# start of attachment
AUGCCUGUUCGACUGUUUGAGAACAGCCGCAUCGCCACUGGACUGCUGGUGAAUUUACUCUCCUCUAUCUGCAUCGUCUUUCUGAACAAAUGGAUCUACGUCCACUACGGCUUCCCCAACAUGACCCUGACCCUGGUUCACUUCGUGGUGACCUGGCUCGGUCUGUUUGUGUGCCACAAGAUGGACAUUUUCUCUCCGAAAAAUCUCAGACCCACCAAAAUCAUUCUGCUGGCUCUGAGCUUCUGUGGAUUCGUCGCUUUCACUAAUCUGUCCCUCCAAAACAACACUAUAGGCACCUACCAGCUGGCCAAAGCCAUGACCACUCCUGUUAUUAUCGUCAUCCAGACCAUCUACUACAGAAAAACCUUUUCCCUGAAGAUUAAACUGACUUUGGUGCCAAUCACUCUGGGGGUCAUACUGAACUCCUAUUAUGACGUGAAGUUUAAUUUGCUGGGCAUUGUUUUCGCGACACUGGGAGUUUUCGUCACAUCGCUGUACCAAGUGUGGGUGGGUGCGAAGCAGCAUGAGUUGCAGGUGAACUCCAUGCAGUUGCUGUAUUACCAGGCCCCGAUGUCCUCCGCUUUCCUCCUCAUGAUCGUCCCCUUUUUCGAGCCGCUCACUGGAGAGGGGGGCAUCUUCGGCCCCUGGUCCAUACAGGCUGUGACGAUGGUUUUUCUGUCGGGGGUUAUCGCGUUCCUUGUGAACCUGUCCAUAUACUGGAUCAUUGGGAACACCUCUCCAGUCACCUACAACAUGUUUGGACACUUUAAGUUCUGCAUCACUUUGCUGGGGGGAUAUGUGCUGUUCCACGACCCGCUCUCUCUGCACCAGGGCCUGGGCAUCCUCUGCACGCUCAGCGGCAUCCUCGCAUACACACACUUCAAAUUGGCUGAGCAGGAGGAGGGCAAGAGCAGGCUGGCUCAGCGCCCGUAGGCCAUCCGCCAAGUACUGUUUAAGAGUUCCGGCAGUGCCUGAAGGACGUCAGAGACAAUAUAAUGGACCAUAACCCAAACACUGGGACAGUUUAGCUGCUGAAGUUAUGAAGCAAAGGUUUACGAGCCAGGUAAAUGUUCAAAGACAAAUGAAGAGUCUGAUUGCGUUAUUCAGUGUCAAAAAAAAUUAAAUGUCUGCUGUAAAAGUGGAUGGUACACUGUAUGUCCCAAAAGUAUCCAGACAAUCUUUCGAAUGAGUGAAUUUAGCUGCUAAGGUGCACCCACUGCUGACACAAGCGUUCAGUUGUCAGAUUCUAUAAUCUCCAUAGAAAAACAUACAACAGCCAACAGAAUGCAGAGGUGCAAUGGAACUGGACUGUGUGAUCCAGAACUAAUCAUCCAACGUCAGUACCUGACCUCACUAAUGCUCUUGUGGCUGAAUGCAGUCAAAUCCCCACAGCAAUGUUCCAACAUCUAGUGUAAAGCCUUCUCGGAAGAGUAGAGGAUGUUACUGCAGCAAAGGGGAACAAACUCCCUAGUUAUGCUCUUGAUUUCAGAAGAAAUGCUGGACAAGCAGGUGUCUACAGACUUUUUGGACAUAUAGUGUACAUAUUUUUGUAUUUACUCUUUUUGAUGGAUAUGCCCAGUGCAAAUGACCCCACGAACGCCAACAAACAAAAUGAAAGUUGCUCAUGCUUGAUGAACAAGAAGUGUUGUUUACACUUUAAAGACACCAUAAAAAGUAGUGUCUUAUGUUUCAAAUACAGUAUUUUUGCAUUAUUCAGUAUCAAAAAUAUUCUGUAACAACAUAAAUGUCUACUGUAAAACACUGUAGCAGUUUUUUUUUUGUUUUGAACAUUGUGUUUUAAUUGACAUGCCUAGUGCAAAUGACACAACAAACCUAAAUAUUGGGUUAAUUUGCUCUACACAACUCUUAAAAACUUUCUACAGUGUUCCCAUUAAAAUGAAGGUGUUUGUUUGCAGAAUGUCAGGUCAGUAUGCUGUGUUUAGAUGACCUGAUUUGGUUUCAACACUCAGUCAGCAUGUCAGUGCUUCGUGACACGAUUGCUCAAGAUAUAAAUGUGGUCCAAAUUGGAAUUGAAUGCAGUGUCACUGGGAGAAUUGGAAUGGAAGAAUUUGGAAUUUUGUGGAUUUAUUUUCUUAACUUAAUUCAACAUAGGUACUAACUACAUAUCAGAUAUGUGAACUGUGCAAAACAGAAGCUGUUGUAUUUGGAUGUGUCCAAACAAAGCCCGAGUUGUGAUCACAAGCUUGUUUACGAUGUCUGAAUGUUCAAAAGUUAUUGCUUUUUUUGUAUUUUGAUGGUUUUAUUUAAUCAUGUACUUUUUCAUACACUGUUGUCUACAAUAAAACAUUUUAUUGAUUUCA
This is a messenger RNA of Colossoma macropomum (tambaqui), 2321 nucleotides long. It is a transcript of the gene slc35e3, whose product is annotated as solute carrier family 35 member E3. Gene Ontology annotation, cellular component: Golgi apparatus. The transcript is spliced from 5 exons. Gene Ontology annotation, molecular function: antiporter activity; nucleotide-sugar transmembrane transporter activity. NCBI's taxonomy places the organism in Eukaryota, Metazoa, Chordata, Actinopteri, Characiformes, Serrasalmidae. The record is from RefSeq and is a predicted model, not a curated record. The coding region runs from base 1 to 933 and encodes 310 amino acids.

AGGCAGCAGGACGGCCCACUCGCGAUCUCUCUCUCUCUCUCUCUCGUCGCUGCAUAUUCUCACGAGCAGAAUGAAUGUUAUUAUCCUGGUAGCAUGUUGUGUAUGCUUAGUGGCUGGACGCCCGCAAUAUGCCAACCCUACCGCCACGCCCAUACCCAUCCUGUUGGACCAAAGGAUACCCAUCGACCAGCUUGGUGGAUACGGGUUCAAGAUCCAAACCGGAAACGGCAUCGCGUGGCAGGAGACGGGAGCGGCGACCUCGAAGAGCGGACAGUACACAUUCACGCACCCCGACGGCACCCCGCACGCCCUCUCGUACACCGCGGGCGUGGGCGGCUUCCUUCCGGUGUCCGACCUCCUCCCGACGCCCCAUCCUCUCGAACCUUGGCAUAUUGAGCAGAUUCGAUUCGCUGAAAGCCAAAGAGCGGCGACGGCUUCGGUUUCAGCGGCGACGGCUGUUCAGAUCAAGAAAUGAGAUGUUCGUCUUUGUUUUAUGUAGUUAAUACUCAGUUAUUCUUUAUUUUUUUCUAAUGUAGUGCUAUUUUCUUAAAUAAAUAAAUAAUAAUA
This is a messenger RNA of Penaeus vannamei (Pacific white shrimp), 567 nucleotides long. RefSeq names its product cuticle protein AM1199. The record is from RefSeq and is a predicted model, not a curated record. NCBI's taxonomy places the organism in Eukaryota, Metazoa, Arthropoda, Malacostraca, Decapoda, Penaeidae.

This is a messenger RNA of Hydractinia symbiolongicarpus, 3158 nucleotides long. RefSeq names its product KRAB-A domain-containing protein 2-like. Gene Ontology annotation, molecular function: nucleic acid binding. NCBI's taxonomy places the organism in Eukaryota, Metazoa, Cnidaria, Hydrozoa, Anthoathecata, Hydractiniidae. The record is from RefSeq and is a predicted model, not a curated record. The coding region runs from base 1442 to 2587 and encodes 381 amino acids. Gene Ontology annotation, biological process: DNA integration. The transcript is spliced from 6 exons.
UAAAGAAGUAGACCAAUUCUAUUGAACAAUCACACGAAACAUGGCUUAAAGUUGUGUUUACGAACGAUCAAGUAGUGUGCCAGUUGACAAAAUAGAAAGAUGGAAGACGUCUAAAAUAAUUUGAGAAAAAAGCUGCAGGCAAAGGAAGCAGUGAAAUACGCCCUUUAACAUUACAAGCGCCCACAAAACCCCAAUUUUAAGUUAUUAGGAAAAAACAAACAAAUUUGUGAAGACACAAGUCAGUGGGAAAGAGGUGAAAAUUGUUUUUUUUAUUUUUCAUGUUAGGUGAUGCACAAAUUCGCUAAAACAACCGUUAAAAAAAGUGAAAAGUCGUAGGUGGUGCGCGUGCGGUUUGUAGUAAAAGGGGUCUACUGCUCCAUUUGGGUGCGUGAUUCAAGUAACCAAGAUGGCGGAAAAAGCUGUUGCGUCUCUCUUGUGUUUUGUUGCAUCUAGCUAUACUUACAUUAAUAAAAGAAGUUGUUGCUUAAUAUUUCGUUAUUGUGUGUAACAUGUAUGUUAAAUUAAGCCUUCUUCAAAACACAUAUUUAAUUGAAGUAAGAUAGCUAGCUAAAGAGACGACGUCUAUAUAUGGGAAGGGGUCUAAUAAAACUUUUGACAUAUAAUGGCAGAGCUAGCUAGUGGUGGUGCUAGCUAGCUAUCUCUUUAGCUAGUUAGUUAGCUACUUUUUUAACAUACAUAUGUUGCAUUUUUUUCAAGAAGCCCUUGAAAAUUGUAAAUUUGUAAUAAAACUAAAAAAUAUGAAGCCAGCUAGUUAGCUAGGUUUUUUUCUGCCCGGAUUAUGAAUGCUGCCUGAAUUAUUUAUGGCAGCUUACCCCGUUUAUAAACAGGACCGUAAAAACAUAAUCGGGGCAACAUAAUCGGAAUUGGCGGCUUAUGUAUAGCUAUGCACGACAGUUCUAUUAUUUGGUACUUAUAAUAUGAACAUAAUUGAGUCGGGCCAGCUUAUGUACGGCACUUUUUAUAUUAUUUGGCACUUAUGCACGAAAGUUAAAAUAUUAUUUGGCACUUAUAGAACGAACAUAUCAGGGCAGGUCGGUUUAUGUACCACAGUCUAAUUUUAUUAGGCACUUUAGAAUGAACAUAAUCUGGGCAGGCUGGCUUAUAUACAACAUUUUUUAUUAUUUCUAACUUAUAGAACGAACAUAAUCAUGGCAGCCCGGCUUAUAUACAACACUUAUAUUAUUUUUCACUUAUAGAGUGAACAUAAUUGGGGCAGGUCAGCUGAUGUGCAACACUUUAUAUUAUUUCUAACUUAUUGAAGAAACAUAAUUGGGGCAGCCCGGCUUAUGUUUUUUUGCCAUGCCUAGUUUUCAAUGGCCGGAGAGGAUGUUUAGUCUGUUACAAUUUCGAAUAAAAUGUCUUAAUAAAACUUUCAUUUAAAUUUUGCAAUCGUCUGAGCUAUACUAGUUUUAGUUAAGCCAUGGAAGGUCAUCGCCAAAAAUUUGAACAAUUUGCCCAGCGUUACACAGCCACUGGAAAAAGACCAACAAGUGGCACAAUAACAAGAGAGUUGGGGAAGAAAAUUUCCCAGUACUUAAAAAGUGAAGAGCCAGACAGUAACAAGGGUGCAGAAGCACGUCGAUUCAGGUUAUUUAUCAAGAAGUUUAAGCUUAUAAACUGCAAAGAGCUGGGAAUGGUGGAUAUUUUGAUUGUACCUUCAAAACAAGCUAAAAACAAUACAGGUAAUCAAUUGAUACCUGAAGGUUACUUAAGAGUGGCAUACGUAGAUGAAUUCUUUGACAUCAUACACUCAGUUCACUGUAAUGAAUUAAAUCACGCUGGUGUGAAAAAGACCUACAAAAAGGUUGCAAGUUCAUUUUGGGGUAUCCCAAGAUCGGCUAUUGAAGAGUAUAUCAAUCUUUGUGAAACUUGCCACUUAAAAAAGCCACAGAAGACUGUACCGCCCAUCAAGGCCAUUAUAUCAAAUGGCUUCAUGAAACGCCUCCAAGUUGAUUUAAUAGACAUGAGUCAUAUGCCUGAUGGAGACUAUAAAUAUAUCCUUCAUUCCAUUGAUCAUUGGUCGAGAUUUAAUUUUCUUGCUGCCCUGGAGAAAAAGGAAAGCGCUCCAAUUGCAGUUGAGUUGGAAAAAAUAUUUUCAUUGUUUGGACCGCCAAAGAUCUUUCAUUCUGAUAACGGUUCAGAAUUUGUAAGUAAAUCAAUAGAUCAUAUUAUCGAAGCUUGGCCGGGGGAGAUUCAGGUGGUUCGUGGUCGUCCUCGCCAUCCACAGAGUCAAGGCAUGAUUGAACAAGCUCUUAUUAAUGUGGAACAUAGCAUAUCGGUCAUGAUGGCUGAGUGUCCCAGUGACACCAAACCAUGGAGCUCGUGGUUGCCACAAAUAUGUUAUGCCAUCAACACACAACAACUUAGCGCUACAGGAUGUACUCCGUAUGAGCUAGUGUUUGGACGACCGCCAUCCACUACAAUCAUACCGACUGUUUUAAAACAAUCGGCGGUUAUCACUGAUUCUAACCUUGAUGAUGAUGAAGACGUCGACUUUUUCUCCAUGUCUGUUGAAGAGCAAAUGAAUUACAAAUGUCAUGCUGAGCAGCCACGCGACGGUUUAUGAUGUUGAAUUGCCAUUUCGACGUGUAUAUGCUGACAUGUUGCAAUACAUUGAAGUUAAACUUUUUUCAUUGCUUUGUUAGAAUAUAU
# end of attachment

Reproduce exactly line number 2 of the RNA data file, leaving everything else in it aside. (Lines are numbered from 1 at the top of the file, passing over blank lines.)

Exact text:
This is a messenger RNA of Colossoma macropomum (tambaqui), 2321 nucleotides long. It is a transcript of the gene slc35e3, whose product is annotated as solute carrier family 35 member E3. Gene Ontology annotation, cellular component: Golgi apparatus. The transcript is spliced from 5 exons. Gene Ontology annotation, molecular function: antiporter activity; nucleotide-sugar transmembrane transporter activity. NCBI's taxonomy places the organism in Eukaryota, Metazoa, Chordata, Actinopteri, Characiformes, Serrasalmidae. The record is from RefSeq and is a predicted model, not a curated record. The coding region runs from base 1 to 933 and encodes 310 amino acids.